Will Ireland’s Emerging BTR Sector Embrace Branding?
Last month, industry news source Bis Now published an article titled ‘What If Residential Real Estate Embraced Branding?’ It presented an interesting take on new ways to create value through property development.
While this was an admittedly UK perspective, it would be short-sighted to think that Irish consumers will expect less. In fact, we know that since the crash, all consumers of property – whether they are home buyers or sellers, private or institutional investors, or indeed tenants of residential or commercial property – all consumers of property are concerned about what is being built, using what materials and by whom, in a way that they never were before.
Recent high-profile tragedies in the UK have driven this agenda forward at a faster pace than we have seen here in Ireland, however, this is a very real issue facing the next generation of property developers in Ireland.
Branding is not something that has been a huge consideration for the construction industry and even for property developers. We see this most acutely through the placemaking process, where project developers are more likely not to want to draw attention to a proposed new development – that likely explains why we have gotten by for so long with our A4 planning notices flapping on the side of hoardings, exposed to the elements and not really consulting or engaging with the public. In the good old days, this was the estate agents job. We knew those days were numbered, it is fair to suggest that they are now gone.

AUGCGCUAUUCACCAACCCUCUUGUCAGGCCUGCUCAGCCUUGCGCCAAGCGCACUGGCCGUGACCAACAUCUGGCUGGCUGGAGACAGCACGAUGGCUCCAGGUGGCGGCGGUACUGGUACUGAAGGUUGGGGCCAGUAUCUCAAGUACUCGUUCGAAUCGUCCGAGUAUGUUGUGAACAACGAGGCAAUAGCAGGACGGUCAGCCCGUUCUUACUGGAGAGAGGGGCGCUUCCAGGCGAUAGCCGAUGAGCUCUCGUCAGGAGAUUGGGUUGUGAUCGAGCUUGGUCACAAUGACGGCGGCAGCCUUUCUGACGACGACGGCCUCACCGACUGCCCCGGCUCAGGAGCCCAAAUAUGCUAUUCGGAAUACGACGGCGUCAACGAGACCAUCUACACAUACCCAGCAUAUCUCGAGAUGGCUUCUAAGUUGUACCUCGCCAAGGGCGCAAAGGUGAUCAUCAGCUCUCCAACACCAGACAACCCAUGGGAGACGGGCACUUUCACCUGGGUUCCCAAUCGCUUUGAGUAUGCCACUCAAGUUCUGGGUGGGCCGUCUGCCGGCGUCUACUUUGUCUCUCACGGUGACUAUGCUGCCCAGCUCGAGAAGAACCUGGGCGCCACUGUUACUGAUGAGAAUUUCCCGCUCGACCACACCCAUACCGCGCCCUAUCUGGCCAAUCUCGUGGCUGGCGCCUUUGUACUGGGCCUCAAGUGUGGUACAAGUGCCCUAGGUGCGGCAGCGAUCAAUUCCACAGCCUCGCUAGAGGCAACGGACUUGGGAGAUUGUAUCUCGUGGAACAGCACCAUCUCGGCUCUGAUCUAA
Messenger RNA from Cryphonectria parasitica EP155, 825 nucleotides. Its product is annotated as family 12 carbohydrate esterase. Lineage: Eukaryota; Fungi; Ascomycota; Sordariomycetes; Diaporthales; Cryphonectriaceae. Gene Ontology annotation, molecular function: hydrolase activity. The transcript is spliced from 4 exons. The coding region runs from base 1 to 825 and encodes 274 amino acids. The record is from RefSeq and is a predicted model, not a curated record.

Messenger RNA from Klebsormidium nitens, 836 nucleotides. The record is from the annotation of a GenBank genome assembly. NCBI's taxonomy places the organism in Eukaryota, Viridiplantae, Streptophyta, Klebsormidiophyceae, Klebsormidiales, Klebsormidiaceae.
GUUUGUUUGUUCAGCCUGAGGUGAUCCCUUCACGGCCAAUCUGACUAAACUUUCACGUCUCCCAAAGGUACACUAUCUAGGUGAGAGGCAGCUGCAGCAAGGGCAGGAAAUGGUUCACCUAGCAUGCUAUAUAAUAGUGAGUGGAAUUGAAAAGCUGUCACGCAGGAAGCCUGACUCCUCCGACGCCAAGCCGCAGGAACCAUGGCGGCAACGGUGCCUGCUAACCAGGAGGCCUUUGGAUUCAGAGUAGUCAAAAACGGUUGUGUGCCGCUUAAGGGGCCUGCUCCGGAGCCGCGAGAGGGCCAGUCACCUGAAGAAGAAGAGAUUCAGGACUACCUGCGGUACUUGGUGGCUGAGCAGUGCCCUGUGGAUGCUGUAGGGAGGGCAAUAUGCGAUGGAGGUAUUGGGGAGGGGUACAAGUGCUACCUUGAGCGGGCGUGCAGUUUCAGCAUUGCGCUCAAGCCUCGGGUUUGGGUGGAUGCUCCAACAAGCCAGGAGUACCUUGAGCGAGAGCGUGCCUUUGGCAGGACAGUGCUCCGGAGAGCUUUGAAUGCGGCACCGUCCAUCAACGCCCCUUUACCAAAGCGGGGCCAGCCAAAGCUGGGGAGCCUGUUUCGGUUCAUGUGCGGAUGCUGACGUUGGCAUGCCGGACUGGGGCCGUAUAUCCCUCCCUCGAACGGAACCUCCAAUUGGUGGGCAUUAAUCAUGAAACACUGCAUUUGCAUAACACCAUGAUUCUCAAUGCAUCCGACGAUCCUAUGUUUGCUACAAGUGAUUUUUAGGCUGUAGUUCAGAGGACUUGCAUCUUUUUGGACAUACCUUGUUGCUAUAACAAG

As the build-to-rent market evolves in Ireland, branding is likely to play an increasing role in helping project proposers to compete for the best sites and to negotiate the most favourable lending terms. But this is just the start of it. Setting the right organisational and project tone will be one of the vital keys to overcoming costly planning objections, which – according to figures published by the Sunday Independent last month – add 10% to the overall project cost, or more specifically, these objections can add an average of €11,500 to the cost of a new home in South Dublin. When we look at these figures, suddenly branding moves from being a ‘nice to have’ for property developers, to a commercial imperative.
Looking at the most recent developments, not necessarily built, but acquired by international organisations, it is clear that the optics are not left to chance; they are well thought-out and strategically executed. Are Irish operators thinking of projects in these terms yet? Are we still thinking of public consultation as a tick-the-box exercise rather than an opportunity to create better places, quicker?
It will be interesting to see when the cultural shift – that has already started – will start to spread across the industry in Ireland. Brendan Geraghty of Geraghty Taylor is betting on this being a key differentiator for his organisation, in fact, he is quoted in the article above as saying that “branding before building” is the organisation’s watchword for 2019.
Director / Business Development
Lotus Investment Group